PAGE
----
Travelogue: A Tale of Two Cities

What do the buttons on your backpack say? Tell Cyrus at [email protected].

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Yeah, it's cold out there. Make sure you have a jacket-a jacket or a woman."

This was the advice given by an airplane technician to someone walking in front of me before disembarking from Melbourne, Australia.

Winter in Melbourne would be just like a winter in San Francisco, I had been told. Despite being kept warm by only a thin black jacket, the blunt joie de vivre was one of many strong commonalities that I have come to love about San Francisco and Melbourne.

Venturing into the suburbs beyond, I heard Melbourne referred to as "The City"- just like San Francisco.

As a native of Los Angeles, a wasteland devoid of meaningful public transport, a low-budget student like myself has learned to appreciate the wonders of AC Transit, Muni and BART. It makes getting around The City much easier.

In Melbourne, there are trams that crisscross the city and go beyond to the suburbs. They have the charm of San Francisco's cable cars, but people actually use them to commute (as opposed to being merely a tourist attraction), and they are reasonably priced. In fact, the #496 street car that runs along the Embarcadero was built in 1928 and served as a tram in Melbourne for many years.

While riding on the trams, it is a pleasure to marvel at the historical exteriors that most of the buildings have retained. Downtown Melbourne abounds with shops, hotels and pubs that have ground-floor commerce and upper-floor offices or apartments. Many of them boast dates of construction from the middle- and late-19th century, following both cities' respective gold rushes in the 1850s. While the original purpose of the building may have been lost, the outer facade remains, with intricate wrought-iron decor and large stone carvings to ground these "frontier" cities in some sort of establishment.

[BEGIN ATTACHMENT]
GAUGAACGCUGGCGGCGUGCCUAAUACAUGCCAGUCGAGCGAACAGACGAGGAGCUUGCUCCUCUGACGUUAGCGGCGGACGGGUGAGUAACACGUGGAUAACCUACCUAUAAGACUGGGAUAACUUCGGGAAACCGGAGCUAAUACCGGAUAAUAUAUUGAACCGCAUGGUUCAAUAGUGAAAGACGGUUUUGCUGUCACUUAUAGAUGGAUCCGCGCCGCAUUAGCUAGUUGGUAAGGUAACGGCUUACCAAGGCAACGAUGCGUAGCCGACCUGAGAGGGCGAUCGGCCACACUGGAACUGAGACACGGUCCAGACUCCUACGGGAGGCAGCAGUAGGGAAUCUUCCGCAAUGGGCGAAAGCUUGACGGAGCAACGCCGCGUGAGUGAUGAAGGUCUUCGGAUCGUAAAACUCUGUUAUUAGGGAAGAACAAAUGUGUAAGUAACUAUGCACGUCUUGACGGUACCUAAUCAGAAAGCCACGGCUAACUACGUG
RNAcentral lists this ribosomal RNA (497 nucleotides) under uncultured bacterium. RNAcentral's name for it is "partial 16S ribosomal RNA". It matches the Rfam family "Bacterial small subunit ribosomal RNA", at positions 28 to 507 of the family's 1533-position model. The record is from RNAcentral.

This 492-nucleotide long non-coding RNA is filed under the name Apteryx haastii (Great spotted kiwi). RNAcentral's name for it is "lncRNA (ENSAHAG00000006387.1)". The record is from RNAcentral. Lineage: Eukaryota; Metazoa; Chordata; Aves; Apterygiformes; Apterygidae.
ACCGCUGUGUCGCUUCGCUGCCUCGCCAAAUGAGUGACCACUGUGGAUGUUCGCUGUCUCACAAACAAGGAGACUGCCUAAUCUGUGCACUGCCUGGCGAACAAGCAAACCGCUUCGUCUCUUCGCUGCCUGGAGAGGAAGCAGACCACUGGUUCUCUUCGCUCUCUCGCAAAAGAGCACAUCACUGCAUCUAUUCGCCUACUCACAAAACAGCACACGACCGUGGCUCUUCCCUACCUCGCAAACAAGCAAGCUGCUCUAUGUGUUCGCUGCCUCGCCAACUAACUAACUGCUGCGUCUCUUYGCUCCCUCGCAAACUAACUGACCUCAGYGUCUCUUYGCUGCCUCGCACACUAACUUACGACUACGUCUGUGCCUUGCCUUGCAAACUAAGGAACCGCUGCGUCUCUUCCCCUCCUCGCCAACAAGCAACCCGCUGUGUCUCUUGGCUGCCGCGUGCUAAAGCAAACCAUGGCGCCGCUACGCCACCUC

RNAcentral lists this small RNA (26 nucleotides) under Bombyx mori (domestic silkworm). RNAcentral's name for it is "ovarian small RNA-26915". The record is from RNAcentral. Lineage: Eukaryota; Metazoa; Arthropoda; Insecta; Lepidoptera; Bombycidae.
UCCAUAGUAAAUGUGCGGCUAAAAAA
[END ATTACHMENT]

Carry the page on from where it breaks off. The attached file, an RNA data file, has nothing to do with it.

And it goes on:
These are in direct contrast to their rival cities, Sydney and Los Angeles, which remain sprawling metropolises that tear down their history in favor of modern skyscrapers and freeways.

Like its American counterpart, Melbourne remains on the technological cutting-edge. Software companies, dot-coms and cyber cafes fit in well with the limit-pushing culture on which they were built. The other day I even noticed a scene that would easily fit in the SoMa dot-com ghetto-an "Internet Launderette" where you can surf the Internet while waiting for the last spin cycle to finish.

Melbourne also has the same vibrant component that makes San Francisco such an interesting place-its people. The strong "wog" (an originally derogatory Aussie slang term for a non-Anglo Australian) communities, mainly found among the pizzerias lining Lygon Street and the tempting aromas of olives, souvlaki and tzatziki on Lonsdale Street, that form the backbone of immigrant neighborhoods is not unlike San Francisco's Mission District.

Surely the established communities need a bit of rebelliousness-much more tolerated in The City, the Australian equivalent of the stereotypically rural, conservative communities of the U.S. Midwest. Brunswick Street in Fitzroy, a northeastern neighborhood of Melbourne, is the core of such anti-establishment esoterica.

Last weekend, while cafe-hopping and poking around in shops, I easily could have been strolling through the Castro. Stale concrete structures painted in living color and containing funky, couch-filled cafes were just down the block from PolyEster-a bookstore boasting "totally weird shit!" which included books on erotica, ufology, punk rock music and marijuana.

An advertisement hanging in the window urged passersby to "speak out," "stand up" and have a "day of action" against government atrocities-the biggest one in Australia currently being the legal incarceration of refugees in desert detention centers, to be held indefinitely, for having committed no crime. I, like many like-minded liberals, now proudly wear a "FREE THE REFUGEES" button on my backpack.


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